At the time, I was working in the creative department of an international footwear company and had exposure to all the steps and processes required to take a product from concept to the shelf at retail. Without that experience, I would not have been able to successfully develop and launch the first version of Sharkbanz.
My business partner, Davis Mersereau, is also an IES Barcelona Alumnus (Fall ’07). We became friends in middle school, and as our personalities and working styles developed, we both sensed there could be some synergy in partnering on a business venture. When I launched Sharkbanz, he was the first to call, and we’ve been an incredible team ever since. We share stories of Barcelona often.
IES Abroad: What advice as you look back on your study abroad experience and your current career, would you share with IES Abroad alumni as they enter the workforce post-graduation?
NG: They’re in a much better position than I was! I graduated in the middle of the financial crisis, so I didn’t even try to get a job. I went to Thailand and taught English. I never would have had the courage to do that without my previous experience with IES Abroad. When I came home, I still couldn’t even get a job working in a restaurant. Unemployment was over 10%, now it’s 3% - the lowest ever. Those first couple of years were tough, but character building. Looking back, I wouldn’t change that experience.
In 2022, people graduating and entering the workforce have the greatest diversity of options that have ever existed. The academic curriculum while in school and the positions offered to graduates are dynamic and rewarding. The massive push towards a more sustainable future in energy, materials, agriculture and finance provides a multi-generational opportunity to find a job where people feel like they can make a difference following their passion. Many of those careers have some element of a prescribed path through the professional or business world, especially for people who understand their passion as it relates to a career. The path I chose did not, so I can’t really give broad advice. But, I love helping young people who specifically don’t know what they want to do find their way.
IES Abroad: What advice would you share with students who are considering studying abroad in the future?
NG: More than a decade later, of the dozens of people I know who studied abroad, I’ve never heard a single person characterize it as anything less than, “one of the best experiences of my life.” So, there’s that. More specifically, think of it as an adventure outside the classroom. If you can tie in something you’re really passionate about academically, that’s icing on the cake. If possible, go to a place that will allow you to learn a new language, even if it feels intimidating. Live with a family, or at least students native to the country. I can’t emphasize that enough. You’ll grow much more from the challenge and have a richer cultural experience. There was a significant divide between people who did and did not live with families in my program. Try to make friends with people native to the city/country. This was hard in Barcelona ’08 because many Spaniards HATED Americans because of Bush and the Iraq war. I was enthusiastically cursed at and spit on in the street multiple times. While infuriating, it showed me that we all have the opportunity to represent our country as individuals and demonstrate to people of other cultures that we are much more alike than we are different. Our class had the chance to change Spaniards’ minds about Americans every time we walked out of the house. It was a powerful realization and a significant responsibility, and I know many of us made a difference. Every IES Abroad student gets to be an ambassador for America, and sometimes there’s no better way to see America than to look back at it from outside its borders.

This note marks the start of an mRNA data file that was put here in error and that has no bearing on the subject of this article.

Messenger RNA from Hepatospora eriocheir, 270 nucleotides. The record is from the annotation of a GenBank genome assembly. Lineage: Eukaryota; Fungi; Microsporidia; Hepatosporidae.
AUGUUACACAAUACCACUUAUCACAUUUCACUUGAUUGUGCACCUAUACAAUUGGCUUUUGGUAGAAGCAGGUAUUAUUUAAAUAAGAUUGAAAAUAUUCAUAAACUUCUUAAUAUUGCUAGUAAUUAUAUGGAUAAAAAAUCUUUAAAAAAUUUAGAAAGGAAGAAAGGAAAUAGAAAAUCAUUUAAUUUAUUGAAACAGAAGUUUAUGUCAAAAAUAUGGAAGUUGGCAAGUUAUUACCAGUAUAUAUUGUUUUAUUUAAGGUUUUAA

Learn more about studying abroad in Barcelona, and check out all of our Alumni Spotlights and Alum of the Month profiles to see real examples of how study abroad changed the lives and careers of our past students.
Are you an alumn? Make sure to join our Facebook or LinkedIn groups so you can connect with other Alumni!